World

The Salt
12:58 pm
Thu October 11, 2012

100 Years Ago, Maillard Taught Us Why Our Food Tastes Better Cooked

A tower of profiteroles like this one, known as croquembouche, was created in France to celebrate Maillard, the man credited with identifying a key reaction in food science.
Gavin Tapp via Flickr

Originally published on Thu October 11, 2012 2:36 pm

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Europe
12:25 pm
Thu October 11, 2012

With A Database, Germany Tracks Rise Of Neo-Nazis

Neo-Nazis and their sympathizers march on Feb. 13 to commemorate the World War II firebombing of Dresden, Germany, by Allied planes. Concerns about far-right extremism have grown in Germany after the discovery last year of an extreme far-right cell believed to have carried out a decade-long crime spree, including the murder of 10 people, mainly Turkish shopkeepers, bank robberies and bombs.
Sean Gallup Getty Images

Originally published on Fri October 12, 2012 5:13 pm

The spread of neo-Nazi influence in Germany came to light fully last year with the shocking discovery of a neo-Nazi terrorist cell responsible for the worst right-wing violence since World War II.

At least nine people of migrant origin were murdered, and there were bomb attacks and bank robberies.

In response, Germany last month established the first centralized neo-Nazi database, similar to those that existed for decades for Islamic and leftist extremists.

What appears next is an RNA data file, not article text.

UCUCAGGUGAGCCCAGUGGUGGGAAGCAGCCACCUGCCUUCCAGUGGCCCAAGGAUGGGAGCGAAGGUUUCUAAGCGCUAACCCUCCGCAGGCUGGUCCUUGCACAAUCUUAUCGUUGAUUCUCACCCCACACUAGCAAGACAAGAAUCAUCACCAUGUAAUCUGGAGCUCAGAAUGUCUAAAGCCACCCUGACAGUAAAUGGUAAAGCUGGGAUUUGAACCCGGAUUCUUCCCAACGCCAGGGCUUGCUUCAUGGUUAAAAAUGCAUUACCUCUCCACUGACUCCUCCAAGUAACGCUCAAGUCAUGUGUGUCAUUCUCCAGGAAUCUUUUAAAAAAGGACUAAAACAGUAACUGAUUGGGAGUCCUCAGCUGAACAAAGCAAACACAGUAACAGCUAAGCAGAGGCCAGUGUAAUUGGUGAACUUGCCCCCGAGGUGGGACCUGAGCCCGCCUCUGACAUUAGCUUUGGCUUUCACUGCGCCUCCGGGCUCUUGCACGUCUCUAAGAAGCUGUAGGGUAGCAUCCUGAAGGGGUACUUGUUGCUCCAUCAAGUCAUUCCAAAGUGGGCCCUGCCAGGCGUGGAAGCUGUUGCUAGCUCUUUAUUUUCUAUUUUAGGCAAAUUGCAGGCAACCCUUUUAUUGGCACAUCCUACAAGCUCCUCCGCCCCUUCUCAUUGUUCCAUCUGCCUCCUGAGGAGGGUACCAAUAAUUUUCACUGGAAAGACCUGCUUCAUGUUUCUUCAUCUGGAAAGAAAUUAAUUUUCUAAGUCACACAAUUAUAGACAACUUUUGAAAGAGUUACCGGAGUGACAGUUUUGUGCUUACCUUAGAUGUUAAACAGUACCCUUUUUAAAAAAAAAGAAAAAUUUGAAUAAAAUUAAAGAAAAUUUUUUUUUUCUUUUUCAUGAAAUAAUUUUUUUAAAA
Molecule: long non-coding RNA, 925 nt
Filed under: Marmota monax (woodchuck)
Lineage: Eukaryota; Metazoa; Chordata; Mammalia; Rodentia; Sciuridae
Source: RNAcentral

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Middle East
12:07 pm
Thu October 11, 2012

Exile Defends Unity Of Syrian Opposition

Tensions are heating up between Syria and Turkey, as rebels and regime troops continue to battle it out. Host Michel Martin discusses whether the conflict can spill over with Abderrahim Foukara of Al Jazeera International and Radwan Ziadeh of the Syrian National Council, a coalition of exiles opposing Syrian President Bashar al-Assad.

Books
4:47 am
Thu October 11, 2012

Nobel Prize For Literature Announced Thursday

Originally published on Thu October 11, 2012 7:22 am

Mo Yan was one of three writers favored to win. He is perhaps best known in the West as the author of Red Sorghum, which was made into a film. He is only the second Chinese writer to win the Nobel — the other is poet Gao Xingjian, who won in 2000.

Afghanistan
3:28 am
Thu October 11, 2012

Afghan Dreams: In New Film, Nation's Untold Stories

American director Sam French on the set of his short film, Buzkashi Boys, which was filmed in Afghanistan.
David Gill Courtesy of Afghan Film Project

Originally published on Fri November 30, 2012 1:59 pm

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Europe
3:26 am
Thu October 11, 2012

Vatican II: A Half-Century Later, A Mixed Legacy

Thousands of faithful Catholics carry torches in a procession in St. Peter's Square in Vatican City on Oct. 11, 1962, the opening day of the historic Second Vatican Council. Over a three-year period, more than 2,000 bishops from around the world issued 16 landmark documents, which championed a more inclusive, less hierarchical and open church.
Girolamo Di Majo AP

Originally published on Thu October 11, 2012 8:23 am